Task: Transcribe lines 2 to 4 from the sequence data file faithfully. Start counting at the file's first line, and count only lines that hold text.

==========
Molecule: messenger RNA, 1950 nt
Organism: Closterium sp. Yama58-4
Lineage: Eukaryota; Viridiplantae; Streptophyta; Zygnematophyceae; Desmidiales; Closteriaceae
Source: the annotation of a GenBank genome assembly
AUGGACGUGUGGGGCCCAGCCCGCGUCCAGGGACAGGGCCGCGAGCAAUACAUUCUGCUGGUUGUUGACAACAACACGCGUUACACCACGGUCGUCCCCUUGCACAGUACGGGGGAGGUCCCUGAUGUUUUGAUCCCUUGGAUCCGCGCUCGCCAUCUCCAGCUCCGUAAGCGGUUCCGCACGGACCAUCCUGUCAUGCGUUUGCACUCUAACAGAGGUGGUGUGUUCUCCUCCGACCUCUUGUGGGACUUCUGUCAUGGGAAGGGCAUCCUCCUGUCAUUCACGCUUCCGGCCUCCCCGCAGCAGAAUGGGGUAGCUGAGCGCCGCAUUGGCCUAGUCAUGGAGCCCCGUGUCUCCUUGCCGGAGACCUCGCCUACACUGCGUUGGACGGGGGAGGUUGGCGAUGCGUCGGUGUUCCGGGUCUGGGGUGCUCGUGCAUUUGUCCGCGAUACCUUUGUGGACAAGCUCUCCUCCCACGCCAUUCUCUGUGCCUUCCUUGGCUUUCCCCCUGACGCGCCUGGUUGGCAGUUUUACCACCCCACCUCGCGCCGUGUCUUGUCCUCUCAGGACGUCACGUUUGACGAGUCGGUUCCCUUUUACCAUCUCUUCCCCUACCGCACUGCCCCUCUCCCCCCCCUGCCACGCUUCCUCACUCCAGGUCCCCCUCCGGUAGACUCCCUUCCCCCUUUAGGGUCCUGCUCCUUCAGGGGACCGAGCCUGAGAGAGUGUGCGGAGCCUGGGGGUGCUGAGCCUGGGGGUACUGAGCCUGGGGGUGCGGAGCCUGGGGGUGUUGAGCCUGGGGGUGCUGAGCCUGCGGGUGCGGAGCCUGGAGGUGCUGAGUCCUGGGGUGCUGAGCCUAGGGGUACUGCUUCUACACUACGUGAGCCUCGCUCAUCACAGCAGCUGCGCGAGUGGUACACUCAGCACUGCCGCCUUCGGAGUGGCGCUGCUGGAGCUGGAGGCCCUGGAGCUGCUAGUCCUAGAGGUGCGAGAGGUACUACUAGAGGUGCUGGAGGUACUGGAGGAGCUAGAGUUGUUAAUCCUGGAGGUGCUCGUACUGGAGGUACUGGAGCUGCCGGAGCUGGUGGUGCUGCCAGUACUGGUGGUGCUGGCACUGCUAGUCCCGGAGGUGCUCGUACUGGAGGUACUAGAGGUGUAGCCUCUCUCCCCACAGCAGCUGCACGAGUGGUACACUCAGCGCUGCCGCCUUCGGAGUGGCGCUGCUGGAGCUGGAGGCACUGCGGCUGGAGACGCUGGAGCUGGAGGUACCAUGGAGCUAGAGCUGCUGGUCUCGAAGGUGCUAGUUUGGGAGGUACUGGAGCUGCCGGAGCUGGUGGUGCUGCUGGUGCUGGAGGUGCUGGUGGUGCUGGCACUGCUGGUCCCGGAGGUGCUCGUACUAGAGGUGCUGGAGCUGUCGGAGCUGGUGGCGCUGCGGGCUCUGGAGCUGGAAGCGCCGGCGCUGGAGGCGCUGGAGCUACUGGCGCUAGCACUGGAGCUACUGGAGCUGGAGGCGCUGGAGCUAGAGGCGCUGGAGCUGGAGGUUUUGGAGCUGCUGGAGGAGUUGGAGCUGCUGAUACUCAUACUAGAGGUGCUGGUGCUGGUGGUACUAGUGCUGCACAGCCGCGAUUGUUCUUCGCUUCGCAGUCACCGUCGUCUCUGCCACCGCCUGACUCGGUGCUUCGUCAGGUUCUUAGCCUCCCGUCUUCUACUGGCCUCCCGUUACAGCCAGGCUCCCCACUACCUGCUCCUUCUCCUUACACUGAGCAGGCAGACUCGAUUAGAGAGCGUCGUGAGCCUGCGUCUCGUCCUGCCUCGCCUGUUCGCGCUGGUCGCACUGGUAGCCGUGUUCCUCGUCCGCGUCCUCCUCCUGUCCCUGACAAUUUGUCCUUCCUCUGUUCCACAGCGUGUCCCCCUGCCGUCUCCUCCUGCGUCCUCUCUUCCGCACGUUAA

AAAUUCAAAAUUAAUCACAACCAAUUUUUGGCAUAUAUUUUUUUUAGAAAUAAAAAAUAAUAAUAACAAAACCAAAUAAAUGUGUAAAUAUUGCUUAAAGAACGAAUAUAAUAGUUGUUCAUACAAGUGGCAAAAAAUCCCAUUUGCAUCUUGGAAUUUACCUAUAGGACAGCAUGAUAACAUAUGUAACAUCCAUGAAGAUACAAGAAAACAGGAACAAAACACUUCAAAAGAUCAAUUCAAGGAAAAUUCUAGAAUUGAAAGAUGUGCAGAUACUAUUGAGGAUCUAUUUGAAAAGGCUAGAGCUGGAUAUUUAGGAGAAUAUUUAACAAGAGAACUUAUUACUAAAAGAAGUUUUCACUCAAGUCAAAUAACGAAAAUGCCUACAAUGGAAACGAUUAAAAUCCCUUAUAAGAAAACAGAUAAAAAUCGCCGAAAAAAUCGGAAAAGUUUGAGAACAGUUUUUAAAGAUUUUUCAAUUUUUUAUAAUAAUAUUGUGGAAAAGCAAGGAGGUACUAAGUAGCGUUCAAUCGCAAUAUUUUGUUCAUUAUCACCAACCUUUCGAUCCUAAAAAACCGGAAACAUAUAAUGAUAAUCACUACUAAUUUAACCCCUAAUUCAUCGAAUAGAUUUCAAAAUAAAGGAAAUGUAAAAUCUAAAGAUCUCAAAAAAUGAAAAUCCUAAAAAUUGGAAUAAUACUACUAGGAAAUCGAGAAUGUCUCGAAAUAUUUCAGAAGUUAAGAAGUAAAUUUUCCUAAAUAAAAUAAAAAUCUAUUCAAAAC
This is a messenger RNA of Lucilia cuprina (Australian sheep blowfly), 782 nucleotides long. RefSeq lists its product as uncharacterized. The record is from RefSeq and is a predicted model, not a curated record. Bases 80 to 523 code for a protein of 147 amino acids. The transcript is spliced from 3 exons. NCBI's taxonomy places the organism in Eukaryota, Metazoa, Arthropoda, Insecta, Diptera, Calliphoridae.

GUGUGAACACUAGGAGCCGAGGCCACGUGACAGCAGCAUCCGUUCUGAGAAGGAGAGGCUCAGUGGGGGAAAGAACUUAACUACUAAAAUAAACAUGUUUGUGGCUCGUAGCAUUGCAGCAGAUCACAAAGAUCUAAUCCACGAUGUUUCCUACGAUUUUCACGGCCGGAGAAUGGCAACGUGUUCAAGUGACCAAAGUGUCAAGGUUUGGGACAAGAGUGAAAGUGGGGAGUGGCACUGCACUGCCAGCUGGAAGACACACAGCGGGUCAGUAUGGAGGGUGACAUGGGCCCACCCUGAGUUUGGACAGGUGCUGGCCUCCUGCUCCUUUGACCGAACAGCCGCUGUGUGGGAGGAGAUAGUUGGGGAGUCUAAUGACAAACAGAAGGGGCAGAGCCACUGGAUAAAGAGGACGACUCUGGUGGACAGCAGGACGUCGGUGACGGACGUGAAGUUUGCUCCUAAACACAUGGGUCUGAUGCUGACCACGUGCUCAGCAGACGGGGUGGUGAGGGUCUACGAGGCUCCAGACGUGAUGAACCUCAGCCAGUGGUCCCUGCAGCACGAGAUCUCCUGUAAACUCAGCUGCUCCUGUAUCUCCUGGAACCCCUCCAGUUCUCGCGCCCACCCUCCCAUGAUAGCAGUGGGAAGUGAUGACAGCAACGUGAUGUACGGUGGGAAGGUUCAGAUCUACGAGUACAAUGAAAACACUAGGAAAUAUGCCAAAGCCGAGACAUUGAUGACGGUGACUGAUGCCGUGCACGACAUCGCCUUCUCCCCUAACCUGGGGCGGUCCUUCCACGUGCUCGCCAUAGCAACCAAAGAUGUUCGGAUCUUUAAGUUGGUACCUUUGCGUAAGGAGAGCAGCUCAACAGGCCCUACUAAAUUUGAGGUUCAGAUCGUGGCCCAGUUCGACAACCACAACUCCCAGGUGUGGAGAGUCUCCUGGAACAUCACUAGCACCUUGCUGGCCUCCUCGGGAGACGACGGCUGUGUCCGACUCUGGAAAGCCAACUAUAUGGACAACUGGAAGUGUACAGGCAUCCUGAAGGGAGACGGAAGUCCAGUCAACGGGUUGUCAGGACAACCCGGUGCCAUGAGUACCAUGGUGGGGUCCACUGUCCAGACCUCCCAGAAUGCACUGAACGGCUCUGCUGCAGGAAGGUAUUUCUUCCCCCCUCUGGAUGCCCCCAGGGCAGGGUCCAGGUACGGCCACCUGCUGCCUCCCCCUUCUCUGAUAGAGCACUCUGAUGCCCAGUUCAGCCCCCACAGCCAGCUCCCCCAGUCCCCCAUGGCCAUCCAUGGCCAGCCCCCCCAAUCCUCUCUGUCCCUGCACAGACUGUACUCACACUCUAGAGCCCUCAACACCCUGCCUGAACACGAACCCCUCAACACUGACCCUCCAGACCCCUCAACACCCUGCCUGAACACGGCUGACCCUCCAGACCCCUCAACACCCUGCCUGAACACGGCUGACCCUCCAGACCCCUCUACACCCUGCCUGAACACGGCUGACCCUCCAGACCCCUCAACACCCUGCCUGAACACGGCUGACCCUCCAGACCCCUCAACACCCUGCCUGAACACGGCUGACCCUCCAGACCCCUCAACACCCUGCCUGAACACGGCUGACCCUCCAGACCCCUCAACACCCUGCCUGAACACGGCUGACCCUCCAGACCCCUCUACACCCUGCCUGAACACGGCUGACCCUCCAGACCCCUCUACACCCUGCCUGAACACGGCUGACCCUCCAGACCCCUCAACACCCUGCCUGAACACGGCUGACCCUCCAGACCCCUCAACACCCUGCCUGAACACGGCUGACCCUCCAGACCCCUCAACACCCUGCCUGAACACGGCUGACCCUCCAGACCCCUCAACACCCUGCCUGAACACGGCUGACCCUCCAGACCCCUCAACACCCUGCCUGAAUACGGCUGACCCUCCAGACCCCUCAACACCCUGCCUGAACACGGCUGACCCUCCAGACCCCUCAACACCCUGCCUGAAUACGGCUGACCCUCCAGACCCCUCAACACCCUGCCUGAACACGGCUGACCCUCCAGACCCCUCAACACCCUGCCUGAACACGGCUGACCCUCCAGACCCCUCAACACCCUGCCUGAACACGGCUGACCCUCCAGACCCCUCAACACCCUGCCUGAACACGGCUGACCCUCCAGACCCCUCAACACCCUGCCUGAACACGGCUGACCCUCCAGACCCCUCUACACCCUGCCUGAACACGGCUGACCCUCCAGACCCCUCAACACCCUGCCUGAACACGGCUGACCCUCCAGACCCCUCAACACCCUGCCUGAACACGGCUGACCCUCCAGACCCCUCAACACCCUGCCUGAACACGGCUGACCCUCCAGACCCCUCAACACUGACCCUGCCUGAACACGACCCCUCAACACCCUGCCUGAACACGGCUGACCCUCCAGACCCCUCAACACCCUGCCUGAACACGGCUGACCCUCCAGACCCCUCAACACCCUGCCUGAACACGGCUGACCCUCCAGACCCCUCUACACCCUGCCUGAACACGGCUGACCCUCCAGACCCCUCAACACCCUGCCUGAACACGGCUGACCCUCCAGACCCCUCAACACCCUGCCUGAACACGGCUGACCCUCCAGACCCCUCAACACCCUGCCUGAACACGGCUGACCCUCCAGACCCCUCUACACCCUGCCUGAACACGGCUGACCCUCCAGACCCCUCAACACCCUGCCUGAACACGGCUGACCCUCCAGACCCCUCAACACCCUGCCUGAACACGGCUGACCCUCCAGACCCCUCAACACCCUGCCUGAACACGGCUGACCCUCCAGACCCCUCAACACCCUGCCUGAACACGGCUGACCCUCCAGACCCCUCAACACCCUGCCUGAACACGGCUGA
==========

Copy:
Organism: Closterium sp. Yama58-4
Lineage: Eukaryota; Viridiplantae; Streptophyta; Zygnematophyceae; Desmidiales; Closteriaceae
Source: the annotation of a GenBank genome assembly